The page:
Open Letter from James Hansen

by William Yeatman on October 31, 2000

in Science

James Hansen, of NASAs Goddard Institute for Space Studies, recently published a study in the Proceedings of the National Academy of Sciences which argued that CO2 may not have contributed as much to global warming as previously thought, but that the warming could be explained by other emissions, such as black carbon aerosols, methane, and ozone.

Hansens paper made a big splash in the media and received criticism from environmentalists who believed that it gave too much ammo to global warming skeptics who argue that theres no need to reduce CO2 emissions. Hansen has recently written an open letter (which appears to be nearly as long as the paper itself) to clarify what his paper said.

Hansen argues that his paper is merely an “alternative scenario” of how to reduce anthropogenic forcing to 1 Watt per meter squared (Wm-2) over the next 50 years. He derives his alternative scenario by noting that CO2 produced by burning fossil fuels induces a positive 1.4 Wm-2 climate forcing. This also produces a sulfate aerosol climate forcing of negative 1.4 Wm-2, which cancels out the CO2 forcing. Hansen then claims that what is left is a 1.4 Wm-2 climate forcing from other greenhouse gases.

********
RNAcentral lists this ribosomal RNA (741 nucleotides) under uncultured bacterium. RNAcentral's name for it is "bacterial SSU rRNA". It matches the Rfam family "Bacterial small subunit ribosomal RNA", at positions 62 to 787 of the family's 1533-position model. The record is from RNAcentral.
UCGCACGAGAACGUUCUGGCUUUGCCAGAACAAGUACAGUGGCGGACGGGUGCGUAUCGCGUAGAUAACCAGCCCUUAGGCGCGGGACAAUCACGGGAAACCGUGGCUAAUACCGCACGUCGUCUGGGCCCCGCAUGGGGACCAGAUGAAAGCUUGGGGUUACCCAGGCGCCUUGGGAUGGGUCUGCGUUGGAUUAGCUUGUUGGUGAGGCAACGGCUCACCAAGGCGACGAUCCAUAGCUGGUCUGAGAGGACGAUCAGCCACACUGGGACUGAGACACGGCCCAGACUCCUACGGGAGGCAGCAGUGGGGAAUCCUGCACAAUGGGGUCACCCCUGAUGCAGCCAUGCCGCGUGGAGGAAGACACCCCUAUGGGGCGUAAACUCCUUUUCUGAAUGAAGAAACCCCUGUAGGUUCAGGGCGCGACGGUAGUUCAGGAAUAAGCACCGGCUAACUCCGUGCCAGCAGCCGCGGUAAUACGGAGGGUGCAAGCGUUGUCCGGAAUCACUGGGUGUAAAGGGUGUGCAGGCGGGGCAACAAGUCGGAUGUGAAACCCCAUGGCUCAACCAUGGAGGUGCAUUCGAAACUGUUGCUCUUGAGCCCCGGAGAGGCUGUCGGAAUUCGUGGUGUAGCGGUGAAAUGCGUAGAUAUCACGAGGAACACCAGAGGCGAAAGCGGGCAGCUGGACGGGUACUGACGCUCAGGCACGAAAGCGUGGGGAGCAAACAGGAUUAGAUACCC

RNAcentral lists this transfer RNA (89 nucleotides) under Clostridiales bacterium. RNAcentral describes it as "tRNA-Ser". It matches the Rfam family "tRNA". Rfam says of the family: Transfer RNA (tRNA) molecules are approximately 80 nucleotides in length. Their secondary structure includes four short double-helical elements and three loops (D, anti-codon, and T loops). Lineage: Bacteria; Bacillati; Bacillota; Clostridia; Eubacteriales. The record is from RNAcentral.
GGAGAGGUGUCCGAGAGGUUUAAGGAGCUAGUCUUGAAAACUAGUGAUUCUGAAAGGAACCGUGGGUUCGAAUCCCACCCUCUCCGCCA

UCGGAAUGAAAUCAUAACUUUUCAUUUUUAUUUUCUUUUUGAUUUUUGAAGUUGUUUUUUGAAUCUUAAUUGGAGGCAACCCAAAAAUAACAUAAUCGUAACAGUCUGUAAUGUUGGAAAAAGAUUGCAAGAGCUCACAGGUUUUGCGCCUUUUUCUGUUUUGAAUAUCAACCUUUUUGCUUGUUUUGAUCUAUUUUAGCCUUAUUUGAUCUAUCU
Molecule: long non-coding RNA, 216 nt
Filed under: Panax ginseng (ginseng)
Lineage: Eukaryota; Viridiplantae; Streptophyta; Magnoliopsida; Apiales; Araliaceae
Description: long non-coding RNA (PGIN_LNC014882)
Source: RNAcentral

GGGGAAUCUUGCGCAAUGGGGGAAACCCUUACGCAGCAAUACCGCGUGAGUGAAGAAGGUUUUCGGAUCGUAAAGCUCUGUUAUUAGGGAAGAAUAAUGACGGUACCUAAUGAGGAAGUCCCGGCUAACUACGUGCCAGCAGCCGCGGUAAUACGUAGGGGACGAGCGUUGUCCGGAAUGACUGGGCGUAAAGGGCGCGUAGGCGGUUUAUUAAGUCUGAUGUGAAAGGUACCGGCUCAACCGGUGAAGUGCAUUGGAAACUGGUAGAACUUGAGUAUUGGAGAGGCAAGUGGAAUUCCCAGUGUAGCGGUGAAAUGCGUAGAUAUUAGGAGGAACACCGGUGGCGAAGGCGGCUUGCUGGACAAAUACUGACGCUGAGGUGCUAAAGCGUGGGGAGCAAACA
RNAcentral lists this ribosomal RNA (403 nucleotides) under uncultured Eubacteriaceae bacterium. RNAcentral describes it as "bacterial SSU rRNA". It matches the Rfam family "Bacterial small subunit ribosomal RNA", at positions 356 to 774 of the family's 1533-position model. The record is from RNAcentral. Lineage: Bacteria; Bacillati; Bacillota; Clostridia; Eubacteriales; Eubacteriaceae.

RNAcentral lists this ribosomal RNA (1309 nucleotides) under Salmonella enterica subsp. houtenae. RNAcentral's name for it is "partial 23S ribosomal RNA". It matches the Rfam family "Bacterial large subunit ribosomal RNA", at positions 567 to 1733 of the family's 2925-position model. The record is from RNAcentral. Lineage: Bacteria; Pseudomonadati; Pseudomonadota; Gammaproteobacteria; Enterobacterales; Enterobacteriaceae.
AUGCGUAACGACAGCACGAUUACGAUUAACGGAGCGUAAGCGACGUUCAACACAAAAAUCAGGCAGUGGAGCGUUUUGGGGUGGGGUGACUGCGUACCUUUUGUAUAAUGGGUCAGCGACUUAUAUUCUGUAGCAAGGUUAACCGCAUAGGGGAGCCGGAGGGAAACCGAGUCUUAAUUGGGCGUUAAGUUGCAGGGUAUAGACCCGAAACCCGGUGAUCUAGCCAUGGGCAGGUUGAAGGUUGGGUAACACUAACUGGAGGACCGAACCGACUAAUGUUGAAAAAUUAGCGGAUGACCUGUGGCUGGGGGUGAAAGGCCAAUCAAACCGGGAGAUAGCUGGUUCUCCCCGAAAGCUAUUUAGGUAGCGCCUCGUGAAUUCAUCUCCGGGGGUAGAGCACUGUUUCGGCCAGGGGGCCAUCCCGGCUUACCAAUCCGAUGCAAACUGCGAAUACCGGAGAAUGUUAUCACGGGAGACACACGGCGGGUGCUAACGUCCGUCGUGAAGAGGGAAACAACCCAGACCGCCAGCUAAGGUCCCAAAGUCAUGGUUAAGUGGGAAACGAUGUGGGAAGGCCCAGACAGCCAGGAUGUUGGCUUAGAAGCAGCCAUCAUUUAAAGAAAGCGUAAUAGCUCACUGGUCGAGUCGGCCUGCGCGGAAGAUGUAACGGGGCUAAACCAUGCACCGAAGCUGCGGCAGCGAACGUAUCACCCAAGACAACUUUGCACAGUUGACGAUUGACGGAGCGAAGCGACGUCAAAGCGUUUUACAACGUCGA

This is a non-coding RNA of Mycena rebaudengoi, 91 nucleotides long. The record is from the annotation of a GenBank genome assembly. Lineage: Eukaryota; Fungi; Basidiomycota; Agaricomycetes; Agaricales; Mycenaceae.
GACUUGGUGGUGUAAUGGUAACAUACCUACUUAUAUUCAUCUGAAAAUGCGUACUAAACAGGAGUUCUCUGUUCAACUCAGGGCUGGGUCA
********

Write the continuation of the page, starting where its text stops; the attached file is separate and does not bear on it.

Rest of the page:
Hansens scenario is to reduce forcing to 1 Wm-2 over the next fifty years, which requires, he is eager to point out, some reduction in CO2. But this begs the question, If CO2 forcing is completely cancelled by sulfate aerosol forcing, what then causes global warming? Hansens protestations aside, his paper clearly relegates CO2 to a non-factor in climate change. Only his arbitrary choice of a forcing target of 1 Wm-2 makes its reduction necessary.


The Greening Earth Society has just released a new book, The Greening of the American West, which features before and after photos of different locations in the American West showing changes in vegetation over the last 125 years. The book, authored by Craig and Keith Idso of the Center for the Study of Carbon Dioxide and Global Change, shows that vegetation has increased in several areas of the Western United States, which is attributed partly to the fertilizing effects of rising concentrations of CO2. Details on how to obtain the book can be found at

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